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Amazon Execs Testifying Against Apple in Price Fixing Case

As the Department of Justice's ebook anti-trust trial against Apple inches closer, the fruity company recently tried to gain more access to two top Amazon ebook executives who agreed to testify on behalf of the government. But Apple was denied by U.S. District Judge Denise Cote who said that their information was "privileged."

According to court documents, Amazon began to seek legal advice back in 2010 when it suspected "the existence of an illegal (possibly criminal) price-fixing conspiracy by the five publishers and one or more retailers." Shortly thereafter two meetings were conducted between senior Amazon executives in early 2011, one of which took place in a "boathouse" at the Seattle residence of Amazon CEO Jeff Bezos.

The Amazon executives claim that these meetings were held to get legal advice on how to "avoid the very liability that the publisher Defendants and Apple are facing now." It's these two meetings that Apple wants access to, claiming that Amazon was plotting a business strategy. The iPad company is also saying that Amazon is hiding the two executives behind the attorney-client "privileged information" shield to hold back information.

"Although the Amazon depositions to date have exposed a glaring hole in the government's case, Apple has been denied meaningful discovery into Amazon's critically important business decision to adopt agency," Apple stated. "Without this evidence, Apple will be gravely prejudiced in its ability to challenge – and disprove – the core allegation that Apple forced Amazon into agency."

At the heart of the entire ebook dispute is the agency model. Before the launch of Apple's iPad tablet, retailers were allowed to sell ebooks at wholesale prices, meaning they could assign any pricetag to the virtual books. To sell Kindle tablets, Amazon offered extremely competitive pricing thus making its ebook reader more attractive. Book publishers felt that their ebooks were worth more, and feared Amazon's overall ebook market dominance.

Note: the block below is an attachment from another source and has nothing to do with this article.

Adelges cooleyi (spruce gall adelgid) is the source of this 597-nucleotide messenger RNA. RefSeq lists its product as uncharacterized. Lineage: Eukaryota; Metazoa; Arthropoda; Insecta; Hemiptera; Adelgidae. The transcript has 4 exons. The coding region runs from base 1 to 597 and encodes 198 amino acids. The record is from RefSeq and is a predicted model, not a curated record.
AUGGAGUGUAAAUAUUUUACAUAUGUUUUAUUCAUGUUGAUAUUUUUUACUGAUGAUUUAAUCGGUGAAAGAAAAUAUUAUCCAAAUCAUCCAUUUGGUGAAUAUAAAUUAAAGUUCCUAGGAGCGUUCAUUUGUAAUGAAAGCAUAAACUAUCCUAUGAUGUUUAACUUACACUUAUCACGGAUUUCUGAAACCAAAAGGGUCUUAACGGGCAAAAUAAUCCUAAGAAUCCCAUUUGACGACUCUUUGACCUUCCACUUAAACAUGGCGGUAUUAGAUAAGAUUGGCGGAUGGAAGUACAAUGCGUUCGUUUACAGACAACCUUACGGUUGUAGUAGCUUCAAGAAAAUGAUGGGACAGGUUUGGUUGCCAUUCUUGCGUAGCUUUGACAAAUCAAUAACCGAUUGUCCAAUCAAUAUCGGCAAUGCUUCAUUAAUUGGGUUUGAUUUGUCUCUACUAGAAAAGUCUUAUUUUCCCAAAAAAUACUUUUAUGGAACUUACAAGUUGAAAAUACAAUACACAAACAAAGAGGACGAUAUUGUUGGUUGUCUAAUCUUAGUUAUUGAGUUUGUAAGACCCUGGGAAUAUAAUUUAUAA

While developing the iPad (which would also offer ebooks), Apple and five book publishers reportedly agreed to use the agency model which allows the publisher to set the price, not the retailer. With each agency-based purchase, retailers such as Apple and Amazon get a steady 30-percent cut. But Apple wouldn't agree to the agency model unless all other retailers did the same. Once the iPad hit the market, ebook prices began to inflate.

Meanwhile, Amazon had a choice: either use the enforced agency model, or not sell ebooks at all. Given that virtual books are the Kindle ereader's life blood, the online retailer had no choice but to comply. Due to complaints that ebooks prices were abnormally on the rise, the Department of Justice conducted an investigation and uncovered enough evidence to file a lawsuit against Apple and five book publishers in early 2012.

Unable to face the eventual cost, all five book publishers have since settled out of court. Apple is the only accused left standing, and it's not surprising. The two Amazon executives testifying against the company on behalf of the government's lawsuit were placed behind the attorney-client privilege shield last week after Apple insisted it had a right to extract more testimony and documents from them.

Access denied, according to Judge Cote.